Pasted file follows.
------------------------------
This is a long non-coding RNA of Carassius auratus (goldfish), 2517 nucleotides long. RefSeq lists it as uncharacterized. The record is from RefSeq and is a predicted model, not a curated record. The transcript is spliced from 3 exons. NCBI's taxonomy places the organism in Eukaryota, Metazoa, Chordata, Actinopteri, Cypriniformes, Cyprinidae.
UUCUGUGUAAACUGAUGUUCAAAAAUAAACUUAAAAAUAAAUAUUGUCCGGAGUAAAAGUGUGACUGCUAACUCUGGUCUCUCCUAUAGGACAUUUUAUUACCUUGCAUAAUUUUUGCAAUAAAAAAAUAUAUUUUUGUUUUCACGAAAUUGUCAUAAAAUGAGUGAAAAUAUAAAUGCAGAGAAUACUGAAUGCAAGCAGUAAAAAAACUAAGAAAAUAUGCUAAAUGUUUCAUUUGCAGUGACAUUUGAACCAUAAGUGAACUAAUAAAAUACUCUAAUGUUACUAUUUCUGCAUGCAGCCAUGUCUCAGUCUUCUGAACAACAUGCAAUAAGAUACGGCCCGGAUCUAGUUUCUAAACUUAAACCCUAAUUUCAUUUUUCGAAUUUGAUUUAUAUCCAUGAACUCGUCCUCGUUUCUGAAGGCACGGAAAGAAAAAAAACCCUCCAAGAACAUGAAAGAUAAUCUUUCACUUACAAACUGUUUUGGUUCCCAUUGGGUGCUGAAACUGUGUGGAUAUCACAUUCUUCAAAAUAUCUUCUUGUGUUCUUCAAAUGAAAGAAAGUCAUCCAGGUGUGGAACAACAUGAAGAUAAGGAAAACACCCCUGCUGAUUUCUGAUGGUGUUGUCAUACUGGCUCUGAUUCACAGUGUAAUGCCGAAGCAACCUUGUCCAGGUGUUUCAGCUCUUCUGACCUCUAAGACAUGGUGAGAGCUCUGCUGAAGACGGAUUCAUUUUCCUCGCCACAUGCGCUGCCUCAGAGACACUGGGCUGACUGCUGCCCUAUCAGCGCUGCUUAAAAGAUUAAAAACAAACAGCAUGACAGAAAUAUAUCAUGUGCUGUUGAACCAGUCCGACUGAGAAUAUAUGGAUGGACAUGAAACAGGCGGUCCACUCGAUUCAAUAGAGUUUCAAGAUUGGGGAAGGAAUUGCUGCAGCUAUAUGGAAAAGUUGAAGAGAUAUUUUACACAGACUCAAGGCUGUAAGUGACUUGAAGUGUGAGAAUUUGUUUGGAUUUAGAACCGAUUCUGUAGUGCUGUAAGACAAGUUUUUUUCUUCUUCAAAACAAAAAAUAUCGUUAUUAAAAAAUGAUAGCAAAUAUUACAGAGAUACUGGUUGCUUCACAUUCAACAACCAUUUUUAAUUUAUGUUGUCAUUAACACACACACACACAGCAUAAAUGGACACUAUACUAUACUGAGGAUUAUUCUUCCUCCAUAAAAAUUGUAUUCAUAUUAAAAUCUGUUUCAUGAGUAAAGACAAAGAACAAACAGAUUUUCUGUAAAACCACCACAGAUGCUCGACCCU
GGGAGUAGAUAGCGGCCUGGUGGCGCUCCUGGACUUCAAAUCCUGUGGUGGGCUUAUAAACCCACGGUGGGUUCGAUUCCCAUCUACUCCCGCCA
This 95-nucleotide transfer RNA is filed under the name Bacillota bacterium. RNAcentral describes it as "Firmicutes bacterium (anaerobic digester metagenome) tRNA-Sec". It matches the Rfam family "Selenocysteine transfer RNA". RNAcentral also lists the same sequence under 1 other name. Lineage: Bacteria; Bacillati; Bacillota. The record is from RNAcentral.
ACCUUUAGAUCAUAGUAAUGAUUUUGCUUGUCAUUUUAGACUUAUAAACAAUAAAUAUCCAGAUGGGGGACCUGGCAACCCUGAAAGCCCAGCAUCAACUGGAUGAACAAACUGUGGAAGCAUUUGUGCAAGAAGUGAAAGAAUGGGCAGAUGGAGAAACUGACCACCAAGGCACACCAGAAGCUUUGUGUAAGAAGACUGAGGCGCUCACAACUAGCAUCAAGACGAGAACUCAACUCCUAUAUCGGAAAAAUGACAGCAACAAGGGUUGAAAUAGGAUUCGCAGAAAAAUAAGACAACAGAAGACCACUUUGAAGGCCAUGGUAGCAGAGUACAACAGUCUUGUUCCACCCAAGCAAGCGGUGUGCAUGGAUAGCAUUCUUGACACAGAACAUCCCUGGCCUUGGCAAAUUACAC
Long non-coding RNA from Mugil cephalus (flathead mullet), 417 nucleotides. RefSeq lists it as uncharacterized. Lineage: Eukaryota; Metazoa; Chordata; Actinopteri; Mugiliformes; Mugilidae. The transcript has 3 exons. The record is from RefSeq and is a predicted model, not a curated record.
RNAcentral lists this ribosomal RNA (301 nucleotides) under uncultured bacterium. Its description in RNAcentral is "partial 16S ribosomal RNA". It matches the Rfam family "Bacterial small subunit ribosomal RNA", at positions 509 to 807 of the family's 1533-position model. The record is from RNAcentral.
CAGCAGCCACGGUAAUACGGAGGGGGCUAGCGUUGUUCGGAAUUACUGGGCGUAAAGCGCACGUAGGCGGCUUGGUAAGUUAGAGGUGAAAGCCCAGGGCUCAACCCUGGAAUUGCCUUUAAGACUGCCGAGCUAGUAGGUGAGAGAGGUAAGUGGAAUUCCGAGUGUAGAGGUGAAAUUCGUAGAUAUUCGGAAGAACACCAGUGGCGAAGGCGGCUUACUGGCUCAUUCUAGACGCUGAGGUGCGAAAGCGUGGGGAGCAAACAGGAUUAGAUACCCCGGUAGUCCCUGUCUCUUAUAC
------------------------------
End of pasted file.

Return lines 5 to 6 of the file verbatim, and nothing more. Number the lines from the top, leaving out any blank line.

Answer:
ACCUUUAGAUCAUAGUAAUGAUUUUGCUUGUCAUUUUAGACUUAUAAACAAUAAAUAUCCAGAUGGGGGACCUGGCAACCCUGAAAGCCCAGCAUCAACUGGAUGAACAAACUGUGGAAGCAUUUGUGCAAGAAGUGAAAGAAUGGGCAGAUGGAGAAACUGACCACCAAGGCACACCAGAAGCUUUGUGUAAGAAGACUGAGGCGCUCACAACUAGCAUCAAGACGAGAACUCAACUCCUAUAUCGGAAAAAUGACAGCAACAAGGGUUGAAAUAGGAUUCGCAGAAAAAUAAGACAACAGAAGACCACUUUGAAGGCCAUGGUAGCAGAGUACAACAGUCUUGUUCCACCCAAGCAAGCGGUGUGCAUGGAUAGCAUUCUUGACACAGAACAUCCCUGGCCUUGGCAAAUUACAC
Long non-coding RNA from Mugil cephalus (flathead mullet), 417 nucleotides. RefSeq lists it as uncharacterized. Lineage: Eukaryota; Metazoa; Chordata; Actinopteri; Mugiliformes; Mugilidae. The transcript has 3 exons. The record is from RefSeq and is a predicted model, not a curated record.